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Spikes after Sport

Discussion in 'Fitness, Exercise and Sport' started by Sawds, Oct 12, 2017 at 8:57 PM.

  1. Sawds

    Sawds Type 2 · Member

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    I was diagnosed type 2 about 4 weeks ago and have managed to consistently got my levels down to between 4.5 and 6.5 since then by cutting out a lot of carbs from my diet.

    I am 34, not overweight and have always been active and fairly sporty but my diet I have to admit has probably let me down. Although not anymore as the perk of this condition is it has made me far more healthy than when it comes to food than I have ever been.

    I am a little concerned though as hockey season has started again and as something that I have done for over 20 years I do not want to stop. My issue is that after I have played my levels spike (15.6 and 10.4 straight after playing), is this normal? I know that Adrenalin can affect levels and I am pretty competitive!! I do find that my levels drop to normal within and hour but the problem then is that they continue to drop to hypo range! Before diagnosis I think I had this problem as quite often an hour and a half after playing I would have what I know now is hypo symptoms which I would treat by binging on sweet treats until I felt normal. I have a sandwich now and in a way pre-diagnosis experience has actually helped my with hypos but my question is has anyone else had the same issue after high intensity exercise? I do not plan to give it up but wondered whether there is any way of reducing the spikes or preventing the hypos?
     
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  2. Sean01

    Sean01 Type 2 · Well-Known Member

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    Hello @Sawds
    I occasionally have a similar problem with sugar spikes after a weightlifting work out. (strong man training - in the short and old category) I test before and right after each session as well as other times of the day.

    More often than not, I will see no difference in readings. This is what I am aiming for. I get super excited when I go to the gym. my resting bpm is around 55-60. On entering the gym, it immediately shoots to 90 plus - anticipation - I know what's coming next and my body is preparing for the flight/fight. Adrenalin levels up, breathing rate increased etc etc.
    There will be a sugar output from the liver - as part of the exercise process, glycogen stored in the liver will be released as glucose to feed the muscles, so I would expect my blood sugars to go up. The trick is to be able to utilse all of the sugar released so that when the work out is finished, the 'spare glucose' has been used up.

    This takes a lot of practice, fine tuning diet and possibly, more importantly, having a good handle on how much energy is being used - something that's easy to do with sets, reps and weights, but probably impossibly to do in a participation sport like hockey - how much running, sprinting/jogging etc will you do in a match?

    If I train to exhaustion, I am by definition, using up the glucose in my blood to a sufficient level.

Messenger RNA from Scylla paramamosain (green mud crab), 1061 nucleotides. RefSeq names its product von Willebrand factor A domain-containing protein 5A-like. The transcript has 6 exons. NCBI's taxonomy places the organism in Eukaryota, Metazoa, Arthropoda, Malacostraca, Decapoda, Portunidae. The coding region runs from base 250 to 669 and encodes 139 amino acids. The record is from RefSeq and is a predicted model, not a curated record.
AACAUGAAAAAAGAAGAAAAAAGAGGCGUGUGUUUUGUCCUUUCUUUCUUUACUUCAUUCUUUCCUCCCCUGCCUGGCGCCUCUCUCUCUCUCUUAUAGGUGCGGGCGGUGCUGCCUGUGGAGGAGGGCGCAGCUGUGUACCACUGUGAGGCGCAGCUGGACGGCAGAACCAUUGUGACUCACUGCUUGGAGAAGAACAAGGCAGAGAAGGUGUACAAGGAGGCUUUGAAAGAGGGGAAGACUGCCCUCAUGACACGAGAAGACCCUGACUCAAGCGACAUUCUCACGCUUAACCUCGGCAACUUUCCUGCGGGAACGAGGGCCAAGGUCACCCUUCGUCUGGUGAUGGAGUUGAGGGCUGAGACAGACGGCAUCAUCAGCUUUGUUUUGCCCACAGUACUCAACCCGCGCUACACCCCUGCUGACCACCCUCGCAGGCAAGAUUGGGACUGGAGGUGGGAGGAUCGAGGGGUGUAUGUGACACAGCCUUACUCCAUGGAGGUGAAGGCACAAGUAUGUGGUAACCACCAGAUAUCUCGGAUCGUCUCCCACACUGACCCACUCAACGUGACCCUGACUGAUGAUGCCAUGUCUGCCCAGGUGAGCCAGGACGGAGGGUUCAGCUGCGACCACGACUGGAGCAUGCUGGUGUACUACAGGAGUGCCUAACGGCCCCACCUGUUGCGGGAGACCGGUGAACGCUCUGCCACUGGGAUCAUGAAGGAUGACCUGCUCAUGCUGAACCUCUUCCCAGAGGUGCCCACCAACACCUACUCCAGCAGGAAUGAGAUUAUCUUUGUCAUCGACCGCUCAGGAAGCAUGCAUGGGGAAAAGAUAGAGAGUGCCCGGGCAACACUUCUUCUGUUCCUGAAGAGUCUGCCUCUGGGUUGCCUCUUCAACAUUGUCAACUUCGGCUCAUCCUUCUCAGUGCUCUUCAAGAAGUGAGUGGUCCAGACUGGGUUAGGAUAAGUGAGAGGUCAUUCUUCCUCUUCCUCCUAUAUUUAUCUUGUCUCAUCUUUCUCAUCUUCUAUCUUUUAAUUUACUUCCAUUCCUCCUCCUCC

Sometimes I over do it - especially on leg day (deadlifts, leg curls, squats, leg press (up to 1,000 lbs on a good day) followed by calf raises, and then either Farmers Walks or Prowlers. My plan is to take it to the very edge. I know I've done well when I have trouble concentrating and can just about make it home! On those occasions the blood sugar drop might be in excess of 1.5 (drop, not actual level)

    Sometimes, I ignite the fuse, get the glycogen released but don't use it up as much as I should. Then I will see an increase. Nothing too horrifying, but I have to go home and eat. I would prefer not to do that on top of a sugar spike.

    Practice is the key, but practicality in a hockey match might be illusive, but eating management may help (not just what you eat but when you eat.

    One last point, I use metformin time release - I believe that this helps a lot. It may be worth having a chat with your nurse. I know what works but I am not a health professional. I pick heavy things up, move them a bit and put them down again. I'm not a doctor.

    I hope this helps.

    Sean
     
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  3. Sawds

    Sawds Type 2 · Member

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    Thanks Sean, food management might be key but it is very complicated. Pre-diagnosis I used to get hypo’s after playing but back then I didn’t know what they were, I didn’t use to eat before playing back then as would sometimes feel a bit full which isn’t ideal before a game. I’m pretty competitive so like to think I make a huge effort when playing. I have started eating better before playing and this does seem to have seen the drop from the 15.6 the first week to the 10.2 last. What is strange is that I played summer League before diagnosis which meant evening games and with this I used to eat after games and not have a problem with the hypos! I guess it’s a case of getting used to it and seeing what works although what that is might take a while to work out as it’s confused my doctor!!
     
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